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Are PMHNP allowed to prescribe outside of their specialty like BP meds or antibiotics?

Posted

Specializes in Psych. Has 2 years experience.

One thing attractive about being a nurse practitioner to me is the ability to give more advanced care. I'd like to also help patients if they come in and also have issues with blood pressure or heart rate etc. and be able to prescribe ACE inhibitors and antibiotics if needed as part of their treatment. Is this possible? Can I prescribe a BP med as well as an antipsychotic? Some patients that have mental issues can have issues regarding their BP so it wouldn't make sense to me that I wouldn't be able to prescribe that as well to help. (ACE inhibitors can give issue with lithium due to sodium)

If it helps I'm in New Jersey.

umbdude, MSN, NP

Specializes in Psych/Mental Health. Has 4 years experience.

Can they? Yes. Should they? Absolutely not.

If a psych NP writes a prescription for an antibiotic, it'll be filled. If something happens and the NP gets sued, she/he will almost certainly lose because they're prescribing outside of scope. Nothing in the PMHNP curriculum adequately prepares us to diagnose/treat infectious diseases or other chronic medical conditions.

It is within scope to prescribe BP meds or few other ones as long as the NP is doing so within the context of treating psych.

Most psych providers simply refer patients to primary care. If you, for whatever reason, want to do both, you should consider adding an FNP or AGPCNP cert.

The0Walrus, BSN, RN

Specializes in Psych. Has 2 years experience.

2 minutes ago, umbdude said:

If you, for whatever reason, want to do both, you should consider adding an FNP or AGPCNP cert.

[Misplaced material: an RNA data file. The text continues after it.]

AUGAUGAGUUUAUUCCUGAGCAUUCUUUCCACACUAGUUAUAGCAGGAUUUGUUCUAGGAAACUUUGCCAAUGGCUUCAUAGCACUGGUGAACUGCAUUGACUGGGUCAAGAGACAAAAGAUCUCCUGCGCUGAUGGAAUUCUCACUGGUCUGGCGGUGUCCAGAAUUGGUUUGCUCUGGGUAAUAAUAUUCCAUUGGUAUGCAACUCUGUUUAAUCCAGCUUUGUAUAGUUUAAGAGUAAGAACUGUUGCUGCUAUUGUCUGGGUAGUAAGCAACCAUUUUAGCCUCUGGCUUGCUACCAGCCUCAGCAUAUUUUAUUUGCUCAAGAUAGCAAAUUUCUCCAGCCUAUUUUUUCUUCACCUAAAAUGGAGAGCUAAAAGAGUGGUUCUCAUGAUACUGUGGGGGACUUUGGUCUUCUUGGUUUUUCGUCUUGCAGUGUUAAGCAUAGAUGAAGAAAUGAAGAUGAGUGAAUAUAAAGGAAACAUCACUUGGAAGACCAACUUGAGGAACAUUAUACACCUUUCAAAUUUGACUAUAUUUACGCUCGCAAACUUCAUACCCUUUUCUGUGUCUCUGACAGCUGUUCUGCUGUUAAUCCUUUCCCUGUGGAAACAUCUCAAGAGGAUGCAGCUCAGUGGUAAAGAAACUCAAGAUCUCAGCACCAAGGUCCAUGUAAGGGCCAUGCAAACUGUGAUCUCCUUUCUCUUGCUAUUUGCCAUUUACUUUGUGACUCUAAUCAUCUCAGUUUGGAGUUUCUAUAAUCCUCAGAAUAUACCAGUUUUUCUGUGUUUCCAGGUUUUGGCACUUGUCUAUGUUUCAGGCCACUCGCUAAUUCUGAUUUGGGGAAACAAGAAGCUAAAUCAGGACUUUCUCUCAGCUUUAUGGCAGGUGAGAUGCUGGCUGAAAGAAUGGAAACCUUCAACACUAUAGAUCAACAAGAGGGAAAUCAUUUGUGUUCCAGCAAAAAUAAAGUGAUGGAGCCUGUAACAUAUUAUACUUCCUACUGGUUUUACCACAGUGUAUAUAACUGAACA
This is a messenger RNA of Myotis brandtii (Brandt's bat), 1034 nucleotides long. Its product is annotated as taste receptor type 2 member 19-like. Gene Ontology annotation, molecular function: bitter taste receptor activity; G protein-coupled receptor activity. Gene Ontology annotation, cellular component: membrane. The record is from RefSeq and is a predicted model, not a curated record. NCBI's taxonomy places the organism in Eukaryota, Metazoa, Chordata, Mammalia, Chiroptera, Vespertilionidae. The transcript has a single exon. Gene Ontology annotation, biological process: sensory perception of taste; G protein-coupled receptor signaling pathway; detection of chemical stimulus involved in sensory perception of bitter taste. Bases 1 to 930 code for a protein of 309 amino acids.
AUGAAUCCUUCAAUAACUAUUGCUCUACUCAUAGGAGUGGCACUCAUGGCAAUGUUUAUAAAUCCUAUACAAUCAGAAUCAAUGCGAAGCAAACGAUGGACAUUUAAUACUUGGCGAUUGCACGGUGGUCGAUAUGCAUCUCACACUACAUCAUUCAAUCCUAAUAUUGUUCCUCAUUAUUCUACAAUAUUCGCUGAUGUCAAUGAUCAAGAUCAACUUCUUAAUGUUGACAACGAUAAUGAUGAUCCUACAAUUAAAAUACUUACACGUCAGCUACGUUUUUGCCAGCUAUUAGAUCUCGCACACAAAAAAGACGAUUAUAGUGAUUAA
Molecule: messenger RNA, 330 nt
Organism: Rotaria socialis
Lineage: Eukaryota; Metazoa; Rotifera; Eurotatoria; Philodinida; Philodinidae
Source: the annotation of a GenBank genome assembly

This would take at least another two years right or is there some extra certificate I can get it?

Edited by The0Walrus

umbdude, MSN, NP

Specializes in Psych/Mental Health. Has 4 years experience.

1 minute ago, The0Walrus said:

This would take at least another two years right or is there some extra certificate I can get it?

I'm not entirely sure. Each school is different. If you already have a PMHNP, it'll probably take at least 1 to 2 years.

It'll likely take you less than 2 years as it'll be a post masters cert in FNP.

As stated above, don't do it unless you want to be liable should something go wrong. I'd argue most psych practices you'd work for would also disagree with you prescribing meds outside the context of psych for fear of liability on their practice.

Edited by ToFNPandBeyond
Added more

sleepwalker, MSN, NP

Specializes in Occupational Health. Has 17 years experience.

Why would you? If you're not that pt's PCP then you're over-stepping. Even if you have a dual certification (e.g. PMHNP & FNP) I would certainly not be treating a pt for primary care issue unless you have that type of established relationship.

verene, MSN

Specializes in mental health / psychiatic nursing.

Can they? Yes. Should they? It depends.

Prescribing metformin relating to blood glucose regulation secondary to atypical antipsychotic side effect -OK. Prescribe it for diabetes - you may lose your license.

Can I prescribe blood pressure medications - yes. I can prescribe prazosin for nightmares, propranolol for anxiety, etc. I can't prescribe them for hypertension though.

I can continue orders for things like HIV medications on admission/medication reconciliation but cannot change the medications. I can prescribe commonly used PRNs (e.g. tylenol, maalox) under organization's protocols (which are approved by director of medical).

If you want to manage both physical and mental health you will need to become dual-certified.

KatieMI, BSN, MSN, RN

Specializes in ICU, LTACH, Internal Medicine. Has 8 years experience.

They absolutely can, credentialing and scope of practice-wise. It is a question if they should. It is absolutely no question that many of them do not do even things they should.

One of my favorite pet peeves is "suddenly" confused/agitated/mildly psychotic patient getting a bunch of various new meds from inpatient Psych provider on call while going into into acute renal failure with Pepcid, Neurontin, Mirapex and other renally dosed stuff still onboard. Then it is my first thing in the morning to discontinue, change, dose and re-dose everything and essentially fix the problem.

If one would like to really get into business, any combination of FNP (or ACAGNP for inpatient work) and PMHNP is mandatory. What is main and what certificate in this credentials alphabet soup is not important and post-Masters only take 3 to 4 semesters to complete.